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Exploring why sodium lignosulfonate influenced enzymatic hydrolysis efficiency of cellulose from the perspective of substrate–enzyme adsorption

  • Zheng, Wenqiu1
  • Lan, Tianqing1, 2
  • Li, Hui1
  • Yue, Guojun3
  • Zhou, Haifeng4
  • 1 Kunming University of Science and Technology, 727 South Jingming Rd, Chenggong District, Kunming, 650500, China , Kunming (China)
  • 2 South China University of Technology, No. 381 Wushan Rd, Guangzhou, 510640, China , Guangzhou (China)
  • 3 SDIC Biotech Investment CO., LTD, No. 147 Xizhimen Nanxiao Street, Xicheng District, Beijing, 100034, China , Beijing (China)
  • 4 Shandong University of Science and Technology, Qingdao, 277590, China , Qingdao (China)
Published Article
Biotechnology for Biofuels
Springer (Biomed Central Ltd.)
Publication Date
Jan 30, 2020
DOI: 10.1186/s13068-020-1659-5
Springer Nature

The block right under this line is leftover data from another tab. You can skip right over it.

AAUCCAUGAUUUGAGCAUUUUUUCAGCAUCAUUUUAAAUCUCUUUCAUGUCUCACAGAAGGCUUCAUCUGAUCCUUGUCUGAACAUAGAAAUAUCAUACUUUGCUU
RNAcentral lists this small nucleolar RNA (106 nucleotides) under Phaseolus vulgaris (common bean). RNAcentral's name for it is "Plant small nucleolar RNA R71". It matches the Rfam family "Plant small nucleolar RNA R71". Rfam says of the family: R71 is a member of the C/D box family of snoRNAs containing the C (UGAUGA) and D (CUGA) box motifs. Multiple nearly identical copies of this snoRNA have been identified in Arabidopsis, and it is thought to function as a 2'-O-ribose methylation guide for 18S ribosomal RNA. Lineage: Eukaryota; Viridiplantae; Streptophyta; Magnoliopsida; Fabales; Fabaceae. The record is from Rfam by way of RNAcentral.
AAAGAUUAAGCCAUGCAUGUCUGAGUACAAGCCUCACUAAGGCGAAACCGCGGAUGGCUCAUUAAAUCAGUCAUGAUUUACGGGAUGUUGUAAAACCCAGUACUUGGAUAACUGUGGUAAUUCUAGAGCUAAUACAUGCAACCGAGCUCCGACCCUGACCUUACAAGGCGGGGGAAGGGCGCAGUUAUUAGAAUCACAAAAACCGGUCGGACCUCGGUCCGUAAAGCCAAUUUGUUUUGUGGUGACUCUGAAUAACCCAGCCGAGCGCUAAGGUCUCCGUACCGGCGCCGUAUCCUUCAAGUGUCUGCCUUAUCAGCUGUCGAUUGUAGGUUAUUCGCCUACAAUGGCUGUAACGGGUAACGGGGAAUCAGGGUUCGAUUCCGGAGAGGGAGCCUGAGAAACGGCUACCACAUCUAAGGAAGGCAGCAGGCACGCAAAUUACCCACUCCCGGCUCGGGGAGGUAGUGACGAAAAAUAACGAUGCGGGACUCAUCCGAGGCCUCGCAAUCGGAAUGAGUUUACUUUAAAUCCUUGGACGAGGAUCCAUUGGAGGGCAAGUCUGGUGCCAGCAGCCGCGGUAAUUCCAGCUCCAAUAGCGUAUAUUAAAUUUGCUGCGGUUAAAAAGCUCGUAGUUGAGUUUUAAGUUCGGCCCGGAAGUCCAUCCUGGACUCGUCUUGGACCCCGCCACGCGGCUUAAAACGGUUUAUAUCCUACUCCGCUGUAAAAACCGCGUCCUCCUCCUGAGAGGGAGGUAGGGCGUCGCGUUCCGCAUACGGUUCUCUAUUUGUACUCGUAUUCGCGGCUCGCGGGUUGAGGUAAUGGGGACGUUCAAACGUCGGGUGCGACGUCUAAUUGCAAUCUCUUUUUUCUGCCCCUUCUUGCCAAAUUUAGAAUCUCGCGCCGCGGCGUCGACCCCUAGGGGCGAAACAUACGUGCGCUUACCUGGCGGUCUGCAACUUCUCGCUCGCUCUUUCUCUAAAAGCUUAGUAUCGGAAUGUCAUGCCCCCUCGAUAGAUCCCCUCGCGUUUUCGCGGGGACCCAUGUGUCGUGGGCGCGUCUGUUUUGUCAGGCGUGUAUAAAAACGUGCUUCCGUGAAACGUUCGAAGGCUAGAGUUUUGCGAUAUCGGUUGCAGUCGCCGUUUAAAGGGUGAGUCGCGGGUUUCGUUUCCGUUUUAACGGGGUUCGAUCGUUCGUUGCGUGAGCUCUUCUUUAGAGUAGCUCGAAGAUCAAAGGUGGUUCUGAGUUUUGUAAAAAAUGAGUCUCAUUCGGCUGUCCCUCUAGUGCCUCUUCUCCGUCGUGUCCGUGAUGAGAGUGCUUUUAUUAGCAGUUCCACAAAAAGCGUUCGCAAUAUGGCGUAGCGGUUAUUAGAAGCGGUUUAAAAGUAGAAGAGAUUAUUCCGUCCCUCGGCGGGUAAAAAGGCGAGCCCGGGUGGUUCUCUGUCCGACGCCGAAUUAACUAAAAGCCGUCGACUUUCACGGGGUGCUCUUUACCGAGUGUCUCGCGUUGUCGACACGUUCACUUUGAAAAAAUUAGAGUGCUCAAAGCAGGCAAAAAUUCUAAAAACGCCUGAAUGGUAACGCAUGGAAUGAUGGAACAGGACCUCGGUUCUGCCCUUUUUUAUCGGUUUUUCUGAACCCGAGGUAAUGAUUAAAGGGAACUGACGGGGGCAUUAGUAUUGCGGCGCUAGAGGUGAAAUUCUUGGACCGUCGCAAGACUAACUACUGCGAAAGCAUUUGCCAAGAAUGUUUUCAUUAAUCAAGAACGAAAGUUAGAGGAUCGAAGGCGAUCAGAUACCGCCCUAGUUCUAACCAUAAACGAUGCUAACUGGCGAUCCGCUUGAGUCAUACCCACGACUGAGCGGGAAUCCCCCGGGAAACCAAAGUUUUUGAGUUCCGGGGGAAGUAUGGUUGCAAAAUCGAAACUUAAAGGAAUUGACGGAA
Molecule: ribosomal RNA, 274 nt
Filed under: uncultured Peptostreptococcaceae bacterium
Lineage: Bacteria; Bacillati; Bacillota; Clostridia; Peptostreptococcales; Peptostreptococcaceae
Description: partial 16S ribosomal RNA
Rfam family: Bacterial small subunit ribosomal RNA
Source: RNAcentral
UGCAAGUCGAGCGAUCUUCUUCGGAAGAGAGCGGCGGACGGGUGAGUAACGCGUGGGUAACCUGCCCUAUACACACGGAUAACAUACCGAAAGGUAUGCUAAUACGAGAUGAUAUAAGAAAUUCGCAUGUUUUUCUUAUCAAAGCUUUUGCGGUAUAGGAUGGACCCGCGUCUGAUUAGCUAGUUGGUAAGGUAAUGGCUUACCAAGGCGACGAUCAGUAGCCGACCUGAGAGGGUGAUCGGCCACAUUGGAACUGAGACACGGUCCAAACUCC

BackgroundCellulase adsorbed on cellulose is productive and helpful to produce reducing sugars in enzymatic hydrolysis of lignocellulose; however, cellulase adsorbed on lignin is non-productive. Increasing productive adsorption of cellulase on cellulose would be beneficial in improving enzymatic hydrolysis. Adding lignin that was more hydrophilic in hydrolysis system could increase productive adsorption and promote hydrolysis. However, the effect mechanism is still worth exploring further. In this study, lignosulfonate (LS), a type of hydrophilic lignin, was used to study its effect on cellulosic hydrolysis.ResultsThe effect of LS on the enzymatic hydrolysis of pure cellulose (Avicel) and lignocellulose [dilute acid (DA) treated sugarcane bagasse (SCB)] was investigated by analyzing enzymatic hydrolysis efficiency, productive and non-productive cellulase adsorptions, zeta potential and particle size distribution of substrates. The result showed that after adding LS, the productive cellulase adsorption on Avicel reduced. Adding LS to Avicel suspension could form the Avicel–LS complexes. The particles were charged more negatively and the average particle size was smaller than Avicel before adding LS. In addition, adding LS to cellulase solution formed the LS–cellulase complexes. For DA-SCB, adding LS decreased the non-productive cellulase adsorption on DA-SCB from 3.92 to 2.99 mg/g lignin and increased the productive adsorption of cellulase on DA-SCB from 2.00 to 3.44 mg/g cellulose. Besides, the addition of LS promoted the formation of LS–lignin complexes and LS–cellulase complexes, and the complexes had more negative charges and smaller average sizes than DA-SCB lignin and cellulase particles before adding LS.ConclusionsIn this study, LS inhibited Avicel’s hydrolysis, but enhanced DA-SCB’s hydrolysis. This stemmed from the fact that LS could bind cellulase and Avicel, and occupied the binding sites of cellulase and Avicel. Thus, a decreased productive adsorption of cellulase on Avicel arose. Regarding DA-SCB, adding LS, which enhanced hydrolysis efficiency of DA-SCB, increased the electrostatic repulsion between DA-SCB lignin and cellulase, and therefore, decreased non-productive adsorption of cellulase on DA-SCB lignin and enhanced productive adsorption of cellulase on DA-SCB cellulose.Graphical abstract

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